Contemporary Records Vol. 1
Stereo Sound SSCRS 001-005 (5 discs)
Art Pepper meets the Rhythm Section
Four!!!! Hampton Hawes with Barney Kessel, Shelley Manne & Red Mitchell
The Poll Winners: Barney Kessel with Shelley Manne & Ray Brown
Landslide: The Curtis Counce Group, Vol. 1
Sonny Rollins & the Contemporary Leaders
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Review by Mark Werlin - November 23, 2023
In the five years since this SACD set was released, Craft Recordings has issued new 24/192 transfers from original master tapes of all but one of the albums compiled in the Stereo Sound Vol. 1 set: Curtis Counce - Landslide. Assuming that tape is extant, likely Craft will add "Landslide" to its growing 24/192 reissue catalogue. "Landslide" is a hard L-R two-channel recording with Jack Sheldon's trumpet and Harold Land's tenor in the left speaker, drummer Frank Butler, pianist Carl Perkins and bassist-bandleader Curtis Counce in the right speaker. Widely-separated early (1956) stereo may be more enjoyable played through loudspeakers than headphones, especially in a larger or more "live" listening room.
Concerning the Curtis Counce group, jazz historian Ted Gioia states unequivocally, in his book “West Coast Jazz”: “The Counce Quintet is one of the great neglected jazz bands of the 1950s.” Counce, a Kansas City-born bassist, had been performing with numerous bands since resettling in Los Angeles in 1945. By the time this album was recorded, Counce had assembled a first-rate ensemble of like-minded local collaborators: tenor player Harold Land, trumpetist Jack Sheldon, pianist Carl Perkins, and drummer Frank Butler. If it weren’t for the farsightedness of Contemporary Records owner Les Koenig, this short-lived and ill-fated group might have left no traces of its creative activity.
In Gioia’s view, the New York-based jazz publications relegated West Coast jazz to second-class status and ignored the diverse musical directions being pursued in Los Angeles, San Francisco, Portland, Seattle, and Vancouver. The three albums that this edition of the Counce group recorded for Contemporary testify to the high standard of writing, arranging and soloing that West Coast groups were capable of delivering, and to the presence of a regional hard bop sound that should have enlarged the boundaries of the genre.
Highlights of “Landslide” include Perkins’ unusual comping and fluent soloing on “Mia”. The self-taught pianist had an unconventional left-hand approach that sometimes included hitting bass notes with his left elbow, a practice he’d acquired when playing in bass-less R&B groups. Fellow musicians interviewed for Gioia’s book recall that Perkins was close to Miles Davis in the early-mid 1950s (the period of Miles’ heroin addiction and critical eclipse). Perkins’ early death from cirrhosis of the liver in 1958 led to the demise of the Counce group. Drummer Frank Butler, also a favorite of Miles (he’s on the L.A. session on “Seven Steps to Heaven”) fell into obscurity by the early 1960s, and leader Counce died of a sudden heart attack at age 37 in 1963. It fell to tenor player Land, who had been a member of the Clifford Brown-Max Roach Group prior to reestablishing a career in Los Angeles, to continue championing a hard bop direction in West Coast jazz in the mid-1960s and beyond.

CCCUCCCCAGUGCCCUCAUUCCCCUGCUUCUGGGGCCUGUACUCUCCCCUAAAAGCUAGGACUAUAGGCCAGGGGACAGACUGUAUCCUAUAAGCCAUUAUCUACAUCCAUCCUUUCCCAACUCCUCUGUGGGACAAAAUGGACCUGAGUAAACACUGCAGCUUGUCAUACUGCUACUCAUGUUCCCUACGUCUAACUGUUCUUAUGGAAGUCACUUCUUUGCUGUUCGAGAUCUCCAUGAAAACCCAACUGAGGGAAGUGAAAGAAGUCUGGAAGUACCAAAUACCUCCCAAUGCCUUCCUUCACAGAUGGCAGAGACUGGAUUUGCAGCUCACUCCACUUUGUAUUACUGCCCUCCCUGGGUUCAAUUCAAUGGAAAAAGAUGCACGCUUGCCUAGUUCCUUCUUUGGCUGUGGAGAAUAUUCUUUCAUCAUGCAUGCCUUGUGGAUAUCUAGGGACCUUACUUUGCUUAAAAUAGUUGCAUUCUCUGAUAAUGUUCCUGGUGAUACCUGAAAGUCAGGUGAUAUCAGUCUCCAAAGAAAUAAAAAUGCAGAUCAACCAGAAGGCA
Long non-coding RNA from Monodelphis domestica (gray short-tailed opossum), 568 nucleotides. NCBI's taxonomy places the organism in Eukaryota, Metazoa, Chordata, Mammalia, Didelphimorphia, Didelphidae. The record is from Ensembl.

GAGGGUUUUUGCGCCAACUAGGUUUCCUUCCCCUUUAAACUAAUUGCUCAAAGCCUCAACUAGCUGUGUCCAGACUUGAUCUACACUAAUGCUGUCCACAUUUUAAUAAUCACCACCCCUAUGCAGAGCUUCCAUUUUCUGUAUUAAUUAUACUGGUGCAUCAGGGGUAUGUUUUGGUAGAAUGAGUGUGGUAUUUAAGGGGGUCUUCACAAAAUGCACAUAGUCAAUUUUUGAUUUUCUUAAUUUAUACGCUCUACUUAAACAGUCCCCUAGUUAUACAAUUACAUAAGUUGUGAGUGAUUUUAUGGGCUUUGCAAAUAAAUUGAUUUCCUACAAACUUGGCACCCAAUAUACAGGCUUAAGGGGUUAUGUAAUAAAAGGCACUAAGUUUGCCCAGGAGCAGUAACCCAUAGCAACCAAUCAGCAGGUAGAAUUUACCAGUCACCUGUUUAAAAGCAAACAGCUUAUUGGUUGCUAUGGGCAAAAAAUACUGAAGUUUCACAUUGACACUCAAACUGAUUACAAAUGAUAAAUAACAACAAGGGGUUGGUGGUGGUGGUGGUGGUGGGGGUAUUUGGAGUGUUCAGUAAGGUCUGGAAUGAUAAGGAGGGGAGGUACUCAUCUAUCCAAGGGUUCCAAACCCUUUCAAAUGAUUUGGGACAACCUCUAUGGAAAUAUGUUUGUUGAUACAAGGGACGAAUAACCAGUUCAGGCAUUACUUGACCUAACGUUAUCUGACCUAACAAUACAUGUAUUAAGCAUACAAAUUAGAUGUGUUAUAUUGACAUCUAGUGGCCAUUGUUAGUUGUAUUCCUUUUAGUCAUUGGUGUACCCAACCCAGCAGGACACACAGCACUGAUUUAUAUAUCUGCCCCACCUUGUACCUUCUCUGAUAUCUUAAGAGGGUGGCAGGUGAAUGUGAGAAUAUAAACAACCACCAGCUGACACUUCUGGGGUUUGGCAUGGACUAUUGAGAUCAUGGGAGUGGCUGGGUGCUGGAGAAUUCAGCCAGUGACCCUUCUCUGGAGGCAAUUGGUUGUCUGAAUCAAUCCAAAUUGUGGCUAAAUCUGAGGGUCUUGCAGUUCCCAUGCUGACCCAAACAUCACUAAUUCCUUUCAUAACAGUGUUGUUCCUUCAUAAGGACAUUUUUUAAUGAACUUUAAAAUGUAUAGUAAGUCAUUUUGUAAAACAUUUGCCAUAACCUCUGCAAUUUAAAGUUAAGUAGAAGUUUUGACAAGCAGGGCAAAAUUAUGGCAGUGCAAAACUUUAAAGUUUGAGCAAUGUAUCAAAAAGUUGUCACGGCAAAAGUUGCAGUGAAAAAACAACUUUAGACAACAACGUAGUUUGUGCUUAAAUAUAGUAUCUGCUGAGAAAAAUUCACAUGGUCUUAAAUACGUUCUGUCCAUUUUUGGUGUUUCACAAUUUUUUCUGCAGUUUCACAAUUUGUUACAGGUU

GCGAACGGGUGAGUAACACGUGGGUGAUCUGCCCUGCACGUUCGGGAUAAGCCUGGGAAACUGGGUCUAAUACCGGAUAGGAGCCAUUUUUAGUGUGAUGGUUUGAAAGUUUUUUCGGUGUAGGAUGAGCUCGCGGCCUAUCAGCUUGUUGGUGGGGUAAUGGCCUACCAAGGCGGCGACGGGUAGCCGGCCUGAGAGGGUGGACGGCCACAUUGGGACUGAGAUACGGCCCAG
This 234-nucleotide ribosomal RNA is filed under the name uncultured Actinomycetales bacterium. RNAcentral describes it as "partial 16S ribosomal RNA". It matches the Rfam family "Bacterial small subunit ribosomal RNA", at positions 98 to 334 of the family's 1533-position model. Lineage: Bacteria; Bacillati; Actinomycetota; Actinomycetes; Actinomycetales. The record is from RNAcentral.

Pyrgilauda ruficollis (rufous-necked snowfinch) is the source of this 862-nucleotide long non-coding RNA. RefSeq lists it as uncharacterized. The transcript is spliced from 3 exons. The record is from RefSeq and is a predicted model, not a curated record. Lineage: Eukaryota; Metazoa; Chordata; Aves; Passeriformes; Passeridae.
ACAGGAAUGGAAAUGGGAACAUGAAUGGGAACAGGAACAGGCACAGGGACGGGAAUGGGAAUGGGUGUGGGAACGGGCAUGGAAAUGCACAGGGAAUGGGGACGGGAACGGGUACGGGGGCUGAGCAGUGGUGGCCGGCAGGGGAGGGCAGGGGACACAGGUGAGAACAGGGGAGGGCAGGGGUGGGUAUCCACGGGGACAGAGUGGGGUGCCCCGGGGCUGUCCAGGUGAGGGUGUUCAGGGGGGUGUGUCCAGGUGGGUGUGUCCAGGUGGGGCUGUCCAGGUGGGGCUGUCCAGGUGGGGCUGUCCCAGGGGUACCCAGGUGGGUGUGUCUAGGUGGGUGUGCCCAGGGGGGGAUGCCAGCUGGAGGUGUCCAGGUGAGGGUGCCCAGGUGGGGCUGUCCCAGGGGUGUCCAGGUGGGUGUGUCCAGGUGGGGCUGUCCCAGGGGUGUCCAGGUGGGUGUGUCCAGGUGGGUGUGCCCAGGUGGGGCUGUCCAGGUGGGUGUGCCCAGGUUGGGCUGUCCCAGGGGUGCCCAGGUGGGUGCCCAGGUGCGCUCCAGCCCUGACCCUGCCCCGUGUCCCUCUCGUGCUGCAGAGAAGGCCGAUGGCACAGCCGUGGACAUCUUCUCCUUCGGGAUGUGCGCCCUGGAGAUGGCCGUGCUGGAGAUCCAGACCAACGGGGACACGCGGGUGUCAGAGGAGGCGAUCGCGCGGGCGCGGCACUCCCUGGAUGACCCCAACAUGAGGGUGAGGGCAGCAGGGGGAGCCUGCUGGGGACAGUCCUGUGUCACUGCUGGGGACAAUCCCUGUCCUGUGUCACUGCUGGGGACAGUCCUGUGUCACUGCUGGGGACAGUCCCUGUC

This 5-SACD set will satisfy collectors who can't have enough reissues of their favorite classic-era jazz albums in physical disc format. Mastering engineer Steve Hoffmann was given access by the Concord organization to the original master tapes. Hoffmann preserved the discrete L-R of the original two-channel recordings and didn't add reverb, so be aware that the transfers sound different from (for example) Doug Sax's AP SACDs. That "dry" sound is not preferred by John Koenig (Contemporary Records founder Lester Koenig's son), but Hoffmann wasn't trying to recreate the original LPs.
For SACD enthusiasts, high quality reissues of old favorites will remain a first choice. But for listeners who have added hi-res file playback to their audio systems, the Craft 24/192 downloads are not only the better value for the money, but are the best-sounding versions I've heard. If you can find a reasonably-priced copy of the Contemporary Records Vol. 1 SACD set, by all means, go for it -- you won't be disappointed. If your system has hi-res playback capability and you haven't yet heard the Craft 24/192 downloads, you owe it to your ears to give them a fair audition.
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